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Having Apple use their own microprocessor and not depending on Intel or Samsung is a big deal: Fmr. Apple CEO

John Sculley, Former Apple CEO and Current CMO and Chairman of RxAdvance joins the Yahoo Finance live panel to discuss Apple and the products from their latest Fall event.

Video Transcript

ZACK GUZMAN: Welcome back to Yahoo Finance Live. I want to spotlight shares of Apple right now, up more than 2% after their big roll-out of Macs their new in-house design chips. The company unveiled the anticipated M1 microchips to enable faster performance, better battery life, perhaps even bigger profits after shifting away from Intel chips. Of course, the hardware update follows the new iPhone rollout and updated wearables with a focus on health earlier this year at Apple too. Joining us now to break it all down in terms of Apple's new endeavors is John Sculley, who led Apple as CEO for a decade and current CMO and chairman of RX Advance as well. John, it's good to be chatting with you today. First off, just want to get your take on the momentous shift away from Intel here and what it signals to you as Apple clearly has now a lot on its plate.

JOHN SCULLEY: Well, I think Apple is making very smart moves. As we all know, Apple doesn't usually care about being the first. They care about being the best. So for years, they have lagged about 18 months behind Samsung in terms of technology like the latest cameras inside of the iPhone. But this new microprocessor that is hung around at Apple is a really big deal, because as Apple has focused on security being important, particularly in health care, the fact that they can do so much on board on an iPhone, now they can do it on a Mac-- that's a big deal.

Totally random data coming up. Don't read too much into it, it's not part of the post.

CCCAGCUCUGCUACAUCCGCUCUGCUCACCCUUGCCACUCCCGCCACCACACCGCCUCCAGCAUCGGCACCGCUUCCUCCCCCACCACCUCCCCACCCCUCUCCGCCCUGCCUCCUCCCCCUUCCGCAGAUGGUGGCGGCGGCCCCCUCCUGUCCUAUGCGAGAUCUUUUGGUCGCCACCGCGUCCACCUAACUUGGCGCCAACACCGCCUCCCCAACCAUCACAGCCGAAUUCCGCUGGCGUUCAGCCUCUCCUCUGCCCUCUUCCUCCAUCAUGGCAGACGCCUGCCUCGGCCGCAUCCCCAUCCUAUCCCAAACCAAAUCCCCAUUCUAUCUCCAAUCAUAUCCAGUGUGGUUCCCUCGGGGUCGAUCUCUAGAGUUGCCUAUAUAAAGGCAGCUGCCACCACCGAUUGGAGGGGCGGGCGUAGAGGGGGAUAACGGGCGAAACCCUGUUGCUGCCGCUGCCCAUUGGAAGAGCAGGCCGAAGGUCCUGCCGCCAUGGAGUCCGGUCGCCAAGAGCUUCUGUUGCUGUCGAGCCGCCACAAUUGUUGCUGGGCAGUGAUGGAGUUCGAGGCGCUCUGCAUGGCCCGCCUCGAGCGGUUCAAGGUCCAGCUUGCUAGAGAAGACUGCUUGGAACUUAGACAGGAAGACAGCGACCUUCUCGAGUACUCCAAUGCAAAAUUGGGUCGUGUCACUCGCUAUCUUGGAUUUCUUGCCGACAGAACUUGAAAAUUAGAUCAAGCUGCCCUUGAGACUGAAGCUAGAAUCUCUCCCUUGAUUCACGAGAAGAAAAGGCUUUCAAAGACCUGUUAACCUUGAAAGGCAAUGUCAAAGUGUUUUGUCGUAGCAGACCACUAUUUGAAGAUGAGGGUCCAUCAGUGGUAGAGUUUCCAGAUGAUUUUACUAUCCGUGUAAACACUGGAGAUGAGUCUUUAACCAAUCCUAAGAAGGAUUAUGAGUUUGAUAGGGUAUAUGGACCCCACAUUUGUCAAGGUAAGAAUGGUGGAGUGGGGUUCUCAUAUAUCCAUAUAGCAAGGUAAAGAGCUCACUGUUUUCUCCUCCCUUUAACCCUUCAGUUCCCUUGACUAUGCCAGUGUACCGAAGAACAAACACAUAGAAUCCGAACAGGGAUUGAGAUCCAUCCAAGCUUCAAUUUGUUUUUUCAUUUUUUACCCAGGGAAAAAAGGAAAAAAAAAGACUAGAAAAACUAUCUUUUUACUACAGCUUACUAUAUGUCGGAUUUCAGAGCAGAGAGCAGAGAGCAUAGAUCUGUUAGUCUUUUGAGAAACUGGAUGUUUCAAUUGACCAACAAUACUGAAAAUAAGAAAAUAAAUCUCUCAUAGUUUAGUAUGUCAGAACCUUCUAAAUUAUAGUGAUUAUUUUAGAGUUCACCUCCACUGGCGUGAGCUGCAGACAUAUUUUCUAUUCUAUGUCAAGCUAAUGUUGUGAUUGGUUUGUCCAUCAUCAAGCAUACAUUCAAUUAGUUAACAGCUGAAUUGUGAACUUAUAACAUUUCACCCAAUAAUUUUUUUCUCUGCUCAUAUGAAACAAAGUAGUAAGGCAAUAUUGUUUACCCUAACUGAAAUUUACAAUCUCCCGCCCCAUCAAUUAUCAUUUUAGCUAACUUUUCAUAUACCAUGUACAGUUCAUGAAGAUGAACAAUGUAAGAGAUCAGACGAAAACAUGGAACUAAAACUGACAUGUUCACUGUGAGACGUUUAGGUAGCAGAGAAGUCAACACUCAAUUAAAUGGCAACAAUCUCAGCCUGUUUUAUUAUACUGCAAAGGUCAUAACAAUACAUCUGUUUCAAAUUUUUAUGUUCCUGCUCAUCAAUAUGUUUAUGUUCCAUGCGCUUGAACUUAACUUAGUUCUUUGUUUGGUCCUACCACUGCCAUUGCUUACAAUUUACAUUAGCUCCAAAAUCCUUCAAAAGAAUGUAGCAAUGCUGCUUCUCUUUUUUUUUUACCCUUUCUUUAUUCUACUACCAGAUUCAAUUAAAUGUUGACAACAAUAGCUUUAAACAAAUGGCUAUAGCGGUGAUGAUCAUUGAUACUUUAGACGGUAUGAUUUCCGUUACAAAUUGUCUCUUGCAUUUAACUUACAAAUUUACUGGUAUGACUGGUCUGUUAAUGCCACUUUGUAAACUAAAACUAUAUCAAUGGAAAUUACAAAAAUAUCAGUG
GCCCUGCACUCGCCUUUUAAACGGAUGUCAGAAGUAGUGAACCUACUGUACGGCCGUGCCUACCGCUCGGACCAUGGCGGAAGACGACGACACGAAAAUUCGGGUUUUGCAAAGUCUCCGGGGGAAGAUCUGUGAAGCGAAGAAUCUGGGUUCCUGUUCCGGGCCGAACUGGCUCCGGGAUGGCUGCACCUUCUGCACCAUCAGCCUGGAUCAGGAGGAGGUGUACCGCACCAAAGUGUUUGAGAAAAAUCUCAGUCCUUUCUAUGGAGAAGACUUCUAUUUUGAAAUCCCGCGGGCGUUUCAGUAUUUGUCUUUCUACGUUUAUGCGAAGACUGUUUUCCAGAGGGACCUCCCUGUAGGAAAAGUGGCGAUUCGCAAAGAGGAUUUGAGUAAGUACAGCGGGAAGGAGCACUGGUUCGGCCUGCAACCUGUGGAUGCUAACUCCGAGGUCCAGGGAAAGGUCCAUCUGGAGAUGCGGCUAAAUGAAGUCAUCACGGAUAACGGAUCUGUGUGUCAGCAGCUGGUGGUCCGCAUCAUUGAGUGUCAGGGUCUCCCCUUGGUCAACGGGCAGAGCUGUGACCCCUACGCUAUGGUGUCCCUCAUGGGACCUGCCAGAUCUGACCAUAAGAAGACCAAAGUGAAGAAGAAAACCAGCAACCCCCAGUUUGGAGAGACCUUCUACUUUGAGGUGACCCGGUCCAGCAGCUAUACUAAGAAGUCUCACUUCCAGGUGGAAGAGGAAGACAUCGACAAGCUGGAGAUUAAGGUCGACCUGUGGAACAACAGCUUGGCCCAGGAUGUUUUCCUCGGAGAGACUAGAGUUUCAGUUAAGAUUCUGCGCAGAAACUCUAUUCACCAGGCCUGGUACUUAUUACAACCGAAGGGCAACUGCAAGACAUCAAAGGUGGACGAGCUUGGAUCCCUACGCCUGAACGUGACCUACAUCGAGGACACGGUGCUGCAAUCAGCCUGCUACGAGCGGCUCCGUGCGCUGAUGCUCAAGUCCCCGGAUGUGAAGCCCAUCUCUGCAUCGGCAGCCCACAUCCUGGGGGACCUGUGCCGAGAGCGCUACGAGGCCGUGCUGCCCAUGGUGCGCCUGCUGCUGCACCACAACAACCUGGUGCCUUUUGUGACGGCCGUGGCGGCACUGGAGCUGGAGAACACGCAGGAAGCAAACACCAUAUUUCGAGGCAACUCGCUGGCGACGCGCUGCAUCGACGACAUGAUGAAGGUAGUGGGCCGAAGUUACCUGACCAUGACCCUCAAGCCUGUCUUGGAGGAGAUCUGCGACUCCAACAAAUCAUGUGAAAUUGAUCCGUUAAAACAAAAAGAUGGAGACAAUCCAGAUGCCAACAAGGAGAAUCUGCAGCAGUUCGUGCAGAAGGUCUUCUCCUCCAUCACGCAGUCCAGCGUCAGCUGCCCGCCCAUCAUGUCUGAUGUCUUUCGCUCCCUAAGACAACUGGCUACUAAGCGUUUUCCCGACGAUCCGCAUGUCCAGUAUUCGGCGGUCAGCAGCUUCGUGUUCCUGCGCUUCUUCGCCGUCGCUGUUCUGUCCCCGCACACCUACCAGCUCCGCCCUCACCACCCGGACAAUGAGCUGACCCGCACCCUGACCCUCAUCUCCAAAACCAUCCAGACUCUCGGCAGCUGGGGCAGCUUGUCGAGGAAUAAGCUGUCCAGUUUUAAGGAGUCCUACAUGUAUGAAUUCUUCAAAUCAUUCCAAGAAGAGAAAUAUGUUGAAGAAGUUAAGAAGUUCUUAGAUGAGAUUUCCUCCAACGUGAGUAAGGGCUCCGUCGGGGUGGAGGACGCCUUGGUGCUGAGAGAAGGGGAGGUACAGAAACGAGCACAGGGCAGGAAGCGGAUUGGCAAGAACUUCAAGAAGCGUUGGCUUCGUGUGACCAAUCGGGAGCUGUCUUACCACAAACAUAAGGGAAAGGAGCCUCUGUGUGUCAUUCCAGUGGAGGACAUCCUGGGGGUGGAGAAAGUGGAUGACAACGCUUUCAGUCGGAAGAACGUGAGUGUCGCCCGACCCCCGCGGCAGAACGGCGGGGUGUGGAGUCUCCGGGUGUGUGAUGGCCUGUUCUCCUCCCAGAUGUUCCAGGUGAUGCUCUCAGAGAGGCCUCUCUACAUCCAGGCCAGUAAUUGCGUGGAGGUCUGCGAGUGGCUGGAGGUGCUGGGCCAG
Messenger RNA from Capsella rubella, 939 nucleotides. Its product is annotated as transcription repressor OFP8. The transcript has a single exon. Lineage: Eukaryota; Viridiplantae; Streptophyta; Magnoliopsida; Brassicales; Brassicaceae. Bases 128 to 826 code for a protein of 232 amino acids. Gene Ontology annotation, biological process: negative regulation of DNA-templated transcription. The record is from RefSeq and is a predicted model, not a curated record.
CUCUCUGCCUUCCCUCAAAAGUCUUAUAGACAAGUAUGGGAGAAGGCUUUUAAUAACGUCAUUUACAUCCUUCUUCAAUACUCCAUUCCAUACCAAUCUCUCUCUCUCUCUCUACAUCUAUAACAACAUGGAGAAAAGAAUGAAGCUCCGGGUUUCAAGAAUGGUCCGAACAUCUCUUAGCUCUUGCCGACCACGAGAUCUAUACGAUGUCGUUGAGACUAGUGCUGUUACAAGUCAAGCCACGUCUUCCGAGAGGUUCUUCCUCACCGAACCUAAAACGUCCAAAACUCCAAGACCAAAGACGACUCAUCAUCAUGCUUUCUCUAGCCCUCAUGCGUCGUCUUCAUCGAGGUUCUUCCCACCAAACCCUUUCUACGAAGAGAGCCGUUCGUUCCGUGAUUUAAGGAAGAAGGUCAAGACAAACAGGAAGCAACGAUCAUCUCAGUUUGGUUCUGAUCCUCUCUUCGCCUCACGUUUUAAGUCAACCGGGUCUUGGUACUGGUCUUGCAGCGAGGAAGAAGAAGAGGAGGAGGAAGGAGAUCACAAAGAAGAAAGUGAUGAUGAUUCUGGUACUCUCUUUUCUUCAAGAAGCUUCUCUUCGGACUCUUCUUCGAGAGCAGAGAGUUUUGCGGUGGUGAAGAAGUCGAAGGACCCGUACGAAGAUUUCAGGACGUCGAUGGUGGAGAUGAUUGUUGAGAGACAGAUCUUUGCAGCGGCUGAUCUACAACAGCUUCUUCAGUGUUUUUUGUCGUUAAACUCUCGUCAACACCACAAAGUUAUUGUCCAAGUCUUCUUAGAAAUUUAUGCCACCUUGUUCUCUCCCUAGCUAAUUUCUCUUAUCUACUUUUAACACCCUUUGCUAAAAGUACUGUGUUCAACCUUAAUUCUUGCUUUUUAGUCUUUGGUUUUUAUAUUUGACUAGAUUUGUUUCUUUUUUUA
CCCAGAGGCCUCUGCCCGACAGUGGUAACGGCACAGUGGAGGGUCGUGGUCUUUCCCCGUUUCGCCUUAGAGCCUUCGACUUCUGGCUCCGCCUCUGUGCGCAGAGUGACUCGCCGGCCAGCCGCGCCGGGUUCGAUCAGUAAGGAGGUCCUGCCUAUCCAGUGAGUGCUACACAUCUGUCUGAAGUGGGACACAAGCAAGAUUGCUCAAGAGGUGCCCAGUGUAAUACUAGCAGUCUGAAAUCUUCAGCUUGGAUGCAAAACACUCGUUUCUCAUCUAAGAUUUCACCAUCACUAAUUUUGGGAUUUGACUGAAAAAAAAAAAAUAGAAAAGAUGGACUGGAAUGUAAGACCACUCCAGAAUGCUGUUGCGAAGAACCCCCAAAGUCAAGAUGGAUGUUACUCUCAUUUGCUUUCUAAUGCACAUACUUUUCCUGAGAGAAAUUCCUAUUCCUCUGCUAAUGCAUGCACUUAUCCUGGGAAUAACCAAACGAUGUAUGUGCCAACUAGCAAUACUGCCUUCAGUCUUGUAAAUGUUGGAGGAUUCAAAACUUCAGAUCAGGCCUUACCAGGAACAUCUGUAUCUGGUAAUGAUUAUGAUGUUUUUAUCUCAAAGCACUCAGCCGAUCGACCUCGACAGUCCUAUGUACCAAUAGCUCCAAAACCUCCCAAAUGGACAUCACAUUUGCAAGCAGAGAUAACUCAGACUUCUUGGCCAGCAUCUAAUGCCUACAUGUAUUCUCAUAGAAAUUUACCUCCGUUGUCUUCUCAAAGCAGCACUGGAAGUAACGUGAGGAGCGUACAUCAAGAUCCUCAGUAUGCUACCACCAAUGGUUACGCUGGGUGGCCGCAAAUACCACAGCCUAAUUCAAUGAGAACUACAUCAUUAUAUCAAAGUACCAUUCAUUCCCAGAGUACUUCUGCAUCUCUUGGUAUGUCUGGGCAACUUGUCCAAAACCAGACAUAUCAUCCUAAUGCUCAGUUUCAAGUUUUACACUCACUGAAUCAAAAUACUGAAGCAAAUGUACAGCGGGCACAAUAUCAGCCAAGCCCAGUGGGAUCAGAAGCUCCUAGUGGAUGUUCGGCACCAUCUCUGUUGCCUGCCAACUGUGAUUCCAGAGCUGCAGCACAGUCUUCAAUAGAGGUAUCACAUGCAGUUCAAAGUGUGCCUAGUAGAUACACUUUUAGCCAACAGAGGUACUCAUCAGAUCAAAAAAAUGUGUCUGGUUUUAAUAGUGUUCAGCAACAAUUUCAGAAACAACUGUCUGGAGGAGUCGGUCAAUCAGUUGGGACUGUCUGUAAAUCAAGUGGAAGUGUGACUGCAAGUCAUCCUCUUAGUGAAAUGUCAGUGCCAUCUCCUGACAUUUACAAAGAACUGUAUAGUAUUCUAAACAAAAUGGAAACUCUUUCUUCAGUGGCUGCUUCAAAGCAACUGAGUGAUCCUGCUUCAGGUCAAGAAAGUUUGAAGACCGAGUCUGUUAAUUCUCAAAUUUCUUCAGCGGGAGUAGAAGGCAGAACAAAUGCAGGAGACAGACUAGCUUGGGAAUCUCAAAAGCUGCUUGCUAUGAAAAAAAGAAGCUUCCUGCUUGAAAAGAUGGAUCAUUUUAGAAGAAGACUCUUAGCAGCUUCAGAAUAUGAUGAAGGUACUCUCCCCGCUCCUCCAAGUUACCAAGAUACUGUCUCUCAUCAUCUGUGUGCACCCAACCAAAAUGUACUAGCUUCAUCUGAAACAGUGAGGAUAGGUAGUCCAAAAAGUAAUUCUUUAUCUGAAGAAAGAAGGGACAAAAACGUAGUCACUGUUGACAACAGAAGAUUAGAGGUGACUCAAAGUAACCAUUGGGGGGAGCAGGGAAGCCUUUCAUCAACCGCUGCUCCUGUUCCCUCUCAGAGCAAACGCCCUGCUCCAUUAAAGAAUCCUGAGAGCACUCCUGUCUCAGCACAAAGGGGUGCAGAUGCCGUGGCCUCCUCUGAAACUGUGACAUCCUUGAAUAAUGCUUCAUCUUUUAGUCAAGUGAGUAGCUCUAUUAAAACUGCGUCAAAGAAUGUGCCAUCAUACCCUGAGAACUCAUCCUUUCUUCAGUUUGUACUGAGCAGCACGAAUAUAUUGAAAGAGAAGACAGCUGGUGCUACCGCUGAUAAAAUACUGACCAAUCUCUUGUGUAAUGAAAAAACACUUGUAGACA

And particularly as we see things like video and online gaming and many of the really big growth areas-- and health care, of course-- having Apple use their own microprocessor, not dependent on Intel, not dependent on Samsung as much as they had been in the past, that's a big deal, and you'll see that playing out throughout the decade, I believe, in many new types of capabilities and services from Apple.

AKIKO FUJITA: And, John, on those microprocessors, that really just the latest step from Apple to try and fortify its ecosystem. You talked about health care-- that's certainly been a big growth area for Apple. We saw the most recent Apple Watches being able to measure blood oxygen levels, very timely with what's happening with the pandemic. As you look at that particular segment for Apple, where are we in the growth story for that? Is this just the beginning? How much growth do you see moving forward from here?

JOHN SCULLEY: Well, Tim Cook has said publicly a number of times that he believes that perhaps the greatest legacy of Apple could well be in health care. And I think it's going to go well beyond what Apple has done so far with their very successful Apple Watch. But let me kind of Zoom out and give you a context. I've spent the last 14 years, largely, working in health tech.

And the thing that I think about is that we have a US health care industry that is approaching $4 trillion. About 85% of that spend, of that almost $4 trillion, is with chronic care patients. And so it's really a sick care industry. And so when big tech, whether it's Apple or Amazon or Google or even entrepreneurial companies, think about it, they are starting to focus on not the sick care, but they're focusing on the fact that about 75% of chronic care diseases are reversible-- type 2 diabetes, reversible, sleep apnea, reversible, certain types of heart ailments are reversible, obesity, reversible.

So what the real opportunity for technology-- and Apple is obviously, you know, a leader at this point in health tech-- is to say, how do we focus on preventative and wellness care as opposed to just sick care? And then you can start to play in the importance of health tech and technologies and what the digital economy can play in health care. So that's what really gets me excited. And particularly about things like-- when you think about government policies with a new administration coming in, we've started to see telehealth has become a serious business.

Now Teladoc having acquired Livongo, it's now a $40 billion market cap company, and it's doing about $2 billion of revenue now. And it's the leader in telehealth, but there's other companies like Amwell and MD Live, which are growing incredibly fast. All of these companies have had an acceleration of growth during the pandemic. People couldn't have face to face appointments with their doctors.